It is critical that the control system prevents the gripper jaws from crushing the pile, so a preset minimum gap constraint must be observed at all times. The additional challenge lies in the sheer physical size of the system. Seventy-ton arms typically maneuver a 630-ton pile, which meant we could only fully test the final control system once fully installed on the vessel (Figure 5).

Control system components

We developed the gripper arm control system (GACS) to ensure reliable deployment, stowage and positioning of the gripper arms in the horizontal plane via a joystick located in the operator’s chest pack.

Figure 6: Constraint-handling logic maintained appropriate behavior at the edge of the operating envelope, facilitated arm retraction for stowage and limited permissible jaw diameter to prevent pile damage.

We used LabView and NI CompactRIO hardware to develop the complete control system for the gripper arm. We designed an algorithm combining the forward and inverse kinematics of both gripper jaws to compute the hydraulic cylinder lengths required to move the arm in a desired direction. A simple, proportional-integral control minimized cylinder position errors. Constraint-handling logic maintained appropriate behavior at the edge of the operating envelope, facilitated arm retraction for stowage and limited permissible jaw diameter to prevent pile damage (Figure 6).

Operational logic, monitoring and fault actions are also executed on the CompactRIO and accessed through a touch panel computer (TPC) with a joystick and a set of buttons/LEDs integrated into the operator’s chest pack. The NI TPC running Windows XP was used to provide the GACS operator interface, which was also built using LabView.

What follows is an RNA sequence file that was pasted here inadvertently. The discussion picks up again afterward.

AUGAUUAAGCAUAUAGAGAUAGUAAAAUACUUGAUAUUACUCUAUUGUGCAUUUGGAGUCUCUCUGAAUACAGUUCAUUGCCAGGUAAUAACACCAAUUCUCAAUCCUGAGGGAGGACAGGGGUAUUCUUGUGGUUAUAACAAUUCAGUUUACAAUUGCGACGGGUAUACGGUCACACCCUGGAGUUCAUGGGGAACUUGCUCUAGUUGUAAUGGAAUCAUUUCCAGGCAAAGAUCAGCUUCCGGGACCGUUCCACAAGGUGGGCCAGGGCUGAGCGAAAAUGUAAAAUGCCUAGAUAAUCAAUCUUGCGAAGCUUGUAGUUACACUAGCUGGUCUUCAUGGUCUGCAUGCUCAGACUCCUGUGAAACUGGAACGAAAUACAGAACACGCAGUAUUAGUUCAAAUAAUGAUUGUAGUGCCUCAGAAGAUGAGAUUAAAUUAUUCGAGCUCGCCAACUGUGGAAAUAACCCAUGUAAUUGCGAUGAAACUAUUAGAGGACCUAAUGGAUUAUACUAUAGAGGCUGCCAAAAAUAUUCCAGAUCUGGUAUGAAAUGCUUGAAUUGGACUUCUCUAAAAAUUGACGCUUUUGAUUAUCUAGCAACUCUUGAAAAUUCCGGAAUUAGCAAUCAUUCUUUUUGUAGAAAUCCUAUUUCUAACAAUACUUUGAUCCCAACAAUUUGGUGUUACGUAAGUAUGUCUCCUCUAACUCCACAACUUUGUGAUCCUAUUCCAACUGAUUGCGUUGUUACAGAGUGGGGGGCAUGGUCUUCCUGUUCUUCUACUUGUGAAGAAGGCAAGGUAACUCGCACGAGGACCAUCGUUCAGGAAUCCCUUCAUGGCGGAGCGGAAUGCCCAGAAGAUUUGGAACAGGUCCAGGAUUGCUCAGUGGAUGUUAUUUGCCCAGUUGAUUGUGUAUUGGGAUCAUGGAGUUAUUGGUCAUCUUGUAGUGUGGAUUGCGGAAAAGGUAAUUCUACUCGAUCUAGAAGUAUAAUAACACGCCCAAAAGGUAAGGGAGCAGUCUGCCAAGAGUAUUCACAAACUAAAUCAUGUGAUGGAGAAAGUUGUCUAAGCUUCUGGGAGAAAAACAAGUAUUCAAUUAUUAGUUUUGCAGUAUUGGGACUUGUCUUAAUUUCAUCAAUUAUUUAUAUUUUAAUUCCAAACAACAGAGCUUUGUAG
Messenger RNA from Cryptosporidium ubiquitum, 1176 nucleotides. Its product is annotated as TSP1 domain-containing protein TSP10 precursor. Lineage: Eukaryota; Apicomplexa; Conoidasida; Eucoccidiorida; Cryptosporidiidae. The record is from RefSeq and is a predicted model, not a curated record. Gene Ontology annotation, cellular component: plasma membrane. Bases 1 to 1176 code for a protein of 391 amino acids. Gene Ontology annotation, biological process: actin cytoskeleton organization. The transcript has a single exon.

The CompactRIO embedded controller was equipped with numerous input/output (I/O) modules to interface with the sensors, actuators and the operator chest pack. The CompactRIO controller was approved by Det Norske Veritas (DNV) for safety, EMC and environmental rules for marine environments.

Figure 7: An emulator was developed to extensively test the operating logic and fault response before the real factory or vessel trials.

The structure of the GACS software included the main real-time (RT) application, a field-programmable gate array (FPGA) program including a watchdog, the HMI software running on the TPC and the PC-based emulator used during development and commissioning only.

We developed the emulator to extensively test the operating logic and fault response before the real factory or vessel trials (Figure 7). The emulator ran on a computer connected to the CompactRIO system via Ethernet, and network-published shared variables were defined to exchange data between the emulator and the main application. In addition, the emulator replaced any component that was not physically present during factory test.

Control system functions

The GACS handled the deployment and stowage of the arms using two lifting hydraulic actuators (Figure 8). Two pairs of hydraulic cylinders performed the x-y position control, which the operator guided using the chest-pack joystick. The GACS software included the following features.

Figure 8: The GACS handled the deployment and stowage of the arms using two lifting hydraulic actuators.

Inverse kinematics: calculates the cylinder lengths required to move the gripper arms to a given position in the horizontal plane. We initially implemented this using MathScript nodes; however, we subsequently recoded using native LabView to optimize execution speed.

Forward kinematics: monitored the individual and relative gripper arm positions to handle the system constraints—envelope and pile gap—and also for display on the TPC.